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Nifedipine Disease Interactions

There are 9 disease interactions with nifedipine:

Ccbs (Includes Nifedipine) ↔ Aortic Stenosis

Severe Potential Hazard, High plausibility

Applies to: Aortic Stenosis

The use of some calcium channel blockers (CCBs) is contraindicated in patients with advanced aortic stenosis. CCBs whose pharmacologic effect is partially dependent on their ability to reduce afterload (e.g., diltiazem, nicardipine, nifedipine, verapamil) may be of less benefit in these patients due to a fixed impedance to flow across the aortic valve and may, in fact, worsen rather than improve myocardial oxygen balance. Rarely, heart failure has developed following the initiation of these CCBs, particularly in patients receiving concomitant beta-blocker therapy.

References

  1. "Product Information. Adalat (nifedipine)." Bayer, West Haven, CT.
  2. "Product Information. Cardene (nicardipine)." Syntex Laboratories Inc, Palo Alto, CA.
  3. "Product Information. Procardia (nifedipine)." Pfizer US Pharmaceuticals, New York, NY.

Ccbs (Includes Nifedipine) ↔ Cardiogenic Shock/Hypotension

Severe Potential Hazard, High plausibility

Applies to: Cardiogenic Shock, Hypotension

In general, calcium channel blockers (CCBs) should not be used in patients with hypotension (systolic pressure < 90 mm Hg) or cardiogenic shock. Due to potential negative inotropic and peripheral vasodilating effects, the use of CCBs may further depress cardiac output and blood pressure, which can be detrimental in these patients. The use of verapamil and diltiazem is specifically contraindicated under these circumstances.

References

  1. "Product Information. Calan (verapamil)." Searle, Skokie, IL.
  2. Stehle G, Buss J, Eibach J, et al "Cardiogenic shock associated with verapamil in a patient with liver cirrhosis." Lancet 336 (1990): 1079
  3. "Product Information. Vascor (bepridil)." McNeil Pharmaceutical, Raritan, NJ.
View all 6 references

Ccbs (Includes Nifedipine) ↔ Coronary Artery Disease

Severe Potential Hazard, Low plausibility

Applies to: Ischemic Heart Disease

Increased frequency, duration, and/or severity of angina, as well as acute myocardial infarction, have rarely developed during initiation or dosage increase of calcium channel blockers (CCBs), particularly in patients with severe obstructive coronary artery disease and those treated with immediate-release formulations. The mechanism of this effect is not established. Therapy with CCBs should be administered cautiously in patients with significant coronary artery disease.

References

  1. Kloner RA "Nifedipine in ischemic heart disease." Circulation 92 (1995): 1074-8
  2. Myrhed M, Wiholm B-E "Nifedipine: a survey of adverse effects." Acta Pharmacol Toxicol (Copenh) 58 (1986): 133-6
  3. Thomassen AR, Bagger JP, Nielsen TT "Hemodynamic and cardiac metabolic changes during nicardipine-induced myocardial ischemia." Cathet Cardiovasc Diagn 14 (1988): 41-3
View all 15 references

Ccbs (Includes Nifedipine) ↔ Liver Disease

Severe Potential Hazard, High plausibility

Applies to: Liver Disease

Calcium channel blockers (CCBs) are extensively metabolized by the liver. The half-lives of CCBs may be prolonged substantially in patients with severe hepatic impairment, with the potential for significant drug accumulation. In addition, the use of some CCBs has been associated with elevations in serum transaminases, both with and without concomitant elevations in alkaline phosphatase and bilirubin. While these effects may be transient and reversible, several patients have developed cholestasis or hepatocellular injury that was proven by rechallenge. Therapy with CCBs should be administered cautiously and often at reduced dosages in patients with significantly impaired hepatic function. Periodic monitoring of liver function and for excessive pharmacologic effects (e.g., abnormal prolongation of PR interval) is advised, and the dosage adjusted if necessary.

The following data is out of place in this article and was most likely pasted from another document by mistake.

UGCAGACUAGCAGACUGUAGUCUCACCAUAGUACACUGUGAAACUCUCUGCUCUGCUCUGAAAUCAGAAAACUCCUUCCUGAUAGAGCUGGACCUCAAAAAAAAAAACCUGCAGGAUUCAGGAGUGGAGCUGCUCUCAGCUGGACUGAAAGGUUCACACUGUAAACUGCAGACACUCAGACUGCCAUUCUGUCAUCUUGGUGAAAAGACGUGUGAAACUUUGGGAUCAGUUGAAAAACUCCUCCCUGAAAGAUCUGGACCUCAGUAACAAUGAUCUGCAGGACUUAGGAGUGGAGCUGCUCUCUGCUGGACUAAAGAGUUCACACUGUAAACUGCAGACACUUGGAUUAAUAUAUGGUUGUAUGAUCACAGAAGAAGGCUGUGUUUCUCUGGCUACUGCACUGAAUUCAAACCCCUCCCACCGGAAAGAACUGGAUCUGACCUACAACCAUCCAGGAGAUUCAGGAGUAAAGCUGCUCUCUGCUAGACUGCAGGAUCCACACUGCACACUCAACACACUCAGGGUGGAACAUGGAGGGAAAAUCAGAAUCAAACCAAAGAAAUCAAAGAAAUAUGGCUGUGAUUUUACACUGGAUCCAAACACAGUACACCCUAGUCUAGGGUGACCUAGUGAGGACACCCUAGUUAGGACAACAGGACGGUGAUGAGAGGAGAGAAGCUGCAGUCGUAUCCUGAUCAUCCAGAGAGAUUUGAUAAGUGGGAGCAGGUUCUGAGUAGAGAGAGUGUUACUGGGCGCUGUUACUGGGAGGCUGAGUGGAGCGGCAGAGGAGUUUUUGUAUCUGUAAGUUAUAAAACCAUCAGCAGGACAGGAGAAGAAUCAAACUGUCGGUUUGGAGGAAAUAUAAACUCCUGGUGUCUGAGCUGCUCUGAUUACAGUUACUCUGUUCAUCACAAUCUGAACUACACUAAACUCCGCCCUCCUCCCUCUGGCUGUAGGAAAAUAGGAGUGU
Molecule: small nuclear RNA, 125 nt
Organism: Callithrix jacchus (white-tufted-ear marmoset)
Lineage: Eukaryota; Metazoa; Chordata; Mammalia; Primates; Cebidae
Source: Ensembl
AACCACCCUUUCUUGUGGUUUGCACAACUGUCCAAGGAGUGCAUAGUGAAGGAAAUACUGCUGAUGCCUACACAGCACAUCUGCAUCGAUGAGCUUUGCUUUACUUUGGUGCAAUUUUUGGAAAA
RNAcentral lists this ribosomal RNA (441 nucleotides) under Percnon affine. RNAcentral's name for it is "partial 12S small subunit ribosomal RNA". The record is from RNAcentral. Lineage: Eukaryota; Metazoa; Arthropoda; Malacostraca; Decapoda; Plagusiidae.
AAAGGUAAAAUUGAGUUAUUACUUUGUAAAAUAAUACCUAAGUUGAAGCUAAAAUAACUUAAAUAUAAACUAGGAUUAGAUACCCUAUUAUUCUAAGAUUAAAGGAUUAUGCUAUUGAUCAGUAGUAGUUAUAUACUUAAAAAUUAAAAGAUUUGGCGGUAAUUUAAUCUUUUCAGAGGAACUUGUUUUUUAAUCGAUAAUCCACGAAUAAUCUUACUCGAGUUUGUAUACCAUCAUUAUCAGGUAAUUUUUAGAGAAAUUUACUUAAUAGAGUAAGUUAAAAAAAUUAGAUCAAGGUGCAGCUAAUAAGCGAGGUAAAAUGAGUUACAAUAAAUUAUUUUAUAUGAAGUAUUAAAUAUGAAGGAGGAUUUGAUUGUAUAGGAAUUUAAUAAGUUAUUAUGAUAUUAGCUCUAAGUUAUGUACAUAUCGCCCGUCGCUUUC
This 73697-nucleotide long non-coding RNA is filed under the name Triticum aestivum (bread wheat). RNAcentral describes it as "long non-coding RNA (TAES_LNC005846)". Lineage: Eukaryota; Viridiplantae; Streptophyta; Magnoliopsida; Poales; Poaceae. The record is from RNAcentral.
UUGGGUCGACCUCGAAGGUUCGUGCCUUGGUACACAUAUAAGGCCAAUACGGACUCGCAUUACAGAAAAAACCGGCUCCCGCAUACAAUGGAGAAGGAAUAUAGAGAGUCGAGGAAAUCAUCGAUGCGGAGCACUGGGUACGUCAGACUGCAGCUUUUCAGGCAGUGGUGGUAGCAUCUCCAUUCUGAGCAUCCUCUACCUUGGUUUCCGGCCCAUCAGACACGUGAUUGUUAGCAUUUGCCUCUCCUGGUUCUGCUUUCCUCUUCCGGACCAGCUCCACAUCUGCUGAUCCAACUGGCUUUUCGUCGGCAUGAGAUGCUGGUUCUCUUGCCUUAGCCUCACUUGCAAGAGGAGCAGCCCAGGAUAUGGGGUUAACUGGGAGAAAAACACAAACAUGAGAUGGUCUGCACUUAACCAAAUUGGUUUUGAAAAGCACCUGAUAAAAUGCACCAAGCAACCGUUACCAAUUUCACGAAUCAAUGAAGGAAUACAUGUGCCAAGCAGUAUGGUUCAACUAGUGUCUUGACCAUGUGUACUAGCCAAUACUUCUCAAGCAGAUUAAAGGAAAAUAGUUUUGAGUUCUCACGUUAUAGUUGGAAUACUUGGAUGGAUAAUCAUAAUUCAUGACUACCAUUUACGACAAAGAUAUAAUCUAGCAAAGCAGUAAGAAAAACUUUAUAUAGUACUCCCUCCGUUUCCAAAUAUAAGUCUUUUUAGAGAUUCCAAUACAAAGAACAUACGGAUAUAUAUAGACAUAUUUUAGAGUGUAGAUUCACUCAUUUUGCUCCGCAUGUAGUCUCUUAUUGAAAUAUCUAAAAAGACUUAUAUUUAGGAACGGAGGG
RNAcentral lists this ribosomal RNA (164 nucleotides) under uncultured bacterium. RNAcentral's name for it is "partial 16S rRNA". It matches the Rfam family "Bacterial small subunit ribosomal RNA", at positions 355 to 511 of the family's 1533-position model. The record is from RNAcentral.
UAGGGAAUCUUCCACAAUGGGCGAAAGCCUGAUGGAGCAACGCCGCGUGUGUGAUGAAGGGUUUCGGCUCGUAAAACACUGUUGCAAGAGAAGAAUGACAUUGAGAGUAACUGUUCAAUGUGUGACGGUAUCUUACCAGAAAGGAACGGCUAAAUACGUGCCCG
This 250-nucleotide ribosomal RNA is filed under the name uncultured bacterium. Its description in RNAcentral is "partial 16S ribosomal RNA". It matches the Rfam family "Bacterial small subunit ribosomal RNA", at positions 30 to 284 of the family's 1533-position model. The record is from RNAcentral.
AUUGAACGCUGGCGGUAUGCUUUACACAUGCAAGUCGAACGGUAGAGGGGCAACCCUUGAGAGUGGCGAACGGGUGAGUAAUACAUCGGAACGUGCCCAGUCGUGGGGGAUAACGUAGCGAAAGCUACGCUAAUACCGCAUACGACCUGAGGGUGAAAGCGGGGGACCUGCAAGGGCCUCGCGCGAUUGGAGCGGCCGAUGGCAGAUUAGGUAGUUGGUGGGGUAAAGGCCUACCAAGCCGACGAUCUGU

References

  1. Stern EH, Pitchon R, King BD, Wiener I "Possible hepatitis from verapamil." N Engl J Med 306 (1982): 612-3
  2. Giacomini KM, Massoud N, Wong FM, Giacomini JC "Decreased binding of verapamil to plasma proteins in patients with liver disease." J Cardiovasc Pharmacol 6 (1984): 924-8
  3. "Product Information. Calan (verapamil)." Searle, Skokie, IL.
View all 53 references

Nifedipine (Includes Nifedipine) ↔ Hypertension

Severe Potential Hazard, High plausibility

Applies to: Hypertension

For the long-term treatment of hypertension, only the extended-release formulations of nifedipine should be used. The US National Heart, Lung, and Blood Institute and the FDA Cardiovascular and Renal Drug Advisory Committee have issued warnings against the use of immediate-release nifedipine for this purpose based on review of three epidemiologic studies of patients with hypertension and unstable angina who were treated with calcium channel blockers (CCBs) and at least two meta-analyses of randomized, controlled trials that included patients receiving CCBs. Two of the case-control studies found an increased risk of myocardial infarction (MI) in patients taking immediate-release nifedipine, although the third did not.
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<br />The use of immediate-release nifedipine (orally or sublingually) is also contraindicated for acute reduction of blood pressure. Profound hypotension, acute myocardial infarction, and deaths have been reported when nifedipine was used in this manner.

References

  1. Grossman E, Messerli FH, Grodzicki T, Kowey P "Should a moratorium be placed on sublingual nifedipine capsules given for hypertensive emergencies and pseudoemergencies?" JAMA 276 (1996): 1328-31
  2. Schwartz M, Naschitz JE, Yeshurun D, et al "Oral nifedipine in the treatment of hypertensive urgency: cerebrovascular accident following a single dose." Arch Intern Med 150 (1990): 686-7
  3. American Health Consultants "Do calcium-channel blockers increase the risk of myocardial infarctions?" Internal Medicine Alert 17 (1995): 49-50
View all 20 references

Nifedipine (Includes Nifedipine) ↔ Myocardial Infarction

Severe Potential Hazard, High plausibility

Applies to: Myocardial Infarction

Clinical trials studying the use of immediate-release nifedipine in patients who had just sustained myocardial infarctions have not demonstrated any benefit. In fact, in some trials, patients who received immediate-release nifedipine had significantly worse outcomes than patients who received placebo. The manufacturers state that immediate-release formulations of nifedipine should not be administered for 1 week after myocardial infarction. They should also be avoided in the setting of acute coronary syndrome, when infarction may be imminent.